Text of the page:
"A misplaced fear about herb-drug interactions is why physicians don't recommend herbs," according to Josephine Briggs, MD, director of the NIH's National Center for Complementary and Integrative Health (NCCIH). In fact, she said at a recent meeting of the American Herbal Products Association, "a lot of the fears about herbs are not founded on good, meaningful, accurate data." Rather, most are hypothetical or inferred from animal and cell studies, rather than hard evidence.
Briggs noted that there should be more concern about overuse, adverse effects, and deaths from certain types of prescription drugs, especially antibiotics, sleep medicines, and opioid pain relievers. Antibiotic resistance leads to an estimated 2 million illnesses and 23,000 deaths per year. Deaths from prescription opioid pain relievers are on the rise, with more than 16,000 reported annually, as of 2010. And prescription sleep medicines, especially among older people, are another area of concern.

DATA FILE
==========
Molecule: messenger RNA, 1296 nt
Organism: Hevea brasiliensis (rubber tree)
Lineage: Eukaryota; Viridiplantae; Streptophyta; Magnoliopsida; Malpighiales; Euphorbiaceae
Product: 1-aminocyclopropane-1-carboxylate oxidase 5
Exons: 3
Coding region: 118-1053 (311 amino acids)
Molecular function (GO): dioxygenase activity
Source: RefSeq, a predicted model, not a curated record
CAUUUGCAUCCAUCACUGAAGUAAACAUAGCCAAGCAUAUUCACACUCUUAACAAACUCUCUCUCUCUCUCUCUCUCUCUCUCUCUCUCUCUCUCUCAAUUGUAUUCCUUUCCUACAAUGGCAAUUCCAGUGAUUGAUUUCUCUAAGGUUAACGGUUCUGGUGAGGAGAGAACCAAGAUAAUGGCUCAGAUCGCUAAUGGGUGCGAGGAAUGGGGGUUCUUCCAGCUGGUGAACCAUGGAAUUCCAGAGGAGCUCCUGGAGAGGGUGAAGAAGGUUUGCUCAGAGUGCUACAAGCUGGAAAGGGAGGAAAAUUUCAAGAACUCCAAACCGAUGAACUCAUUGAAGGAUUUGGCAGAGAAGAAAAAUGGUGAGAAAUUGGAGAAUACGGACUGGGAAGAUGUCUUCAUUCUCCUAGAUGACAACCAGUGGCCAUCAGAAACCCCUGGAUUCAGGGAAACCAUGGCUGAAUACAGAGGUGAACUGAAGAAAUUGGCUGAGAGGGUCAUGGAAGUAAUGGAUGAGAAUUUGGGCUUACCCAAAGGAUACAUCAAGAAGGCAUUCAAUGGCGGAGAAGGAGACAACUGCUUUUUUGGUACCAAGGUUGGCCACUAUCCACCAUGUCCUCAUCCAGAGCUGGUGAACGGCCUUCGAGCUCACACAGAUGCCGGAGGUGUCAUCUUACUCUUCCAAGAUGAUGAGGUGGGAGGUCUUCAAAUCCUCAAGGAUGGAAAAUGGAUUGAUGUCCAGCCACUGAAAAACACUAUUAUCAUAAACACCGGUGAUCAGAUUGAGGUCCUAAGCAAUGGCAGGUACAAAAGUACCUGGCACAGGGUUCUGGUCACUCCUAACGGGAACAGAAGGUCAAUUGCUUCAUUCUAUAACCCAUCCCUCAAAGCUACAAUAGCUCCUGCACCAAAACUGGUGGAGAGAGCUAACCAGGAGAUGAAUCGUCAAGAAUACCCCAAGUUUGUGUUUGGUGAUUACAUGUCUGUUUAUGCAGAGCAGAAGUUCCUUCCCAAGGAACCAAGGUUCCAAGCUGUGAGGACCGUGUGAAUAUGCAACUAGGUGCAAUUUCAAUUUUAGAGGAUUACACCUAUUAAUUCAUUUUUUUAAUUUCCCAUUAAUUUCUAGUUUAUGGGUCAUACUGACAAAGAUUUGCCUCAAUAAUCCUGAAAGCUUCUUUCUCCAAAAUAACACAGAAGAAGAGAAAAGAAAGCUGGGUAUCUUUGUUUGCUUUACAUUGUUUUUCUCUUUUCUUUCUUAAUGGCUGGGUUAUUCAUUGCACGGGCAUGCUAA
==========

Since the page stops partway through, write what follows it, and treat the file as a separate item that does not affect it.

To bridge the herb-drug information gap, the NCCIH is launching a new research project to establish which interactions do or do not exist between the most widely used herbs and drugs.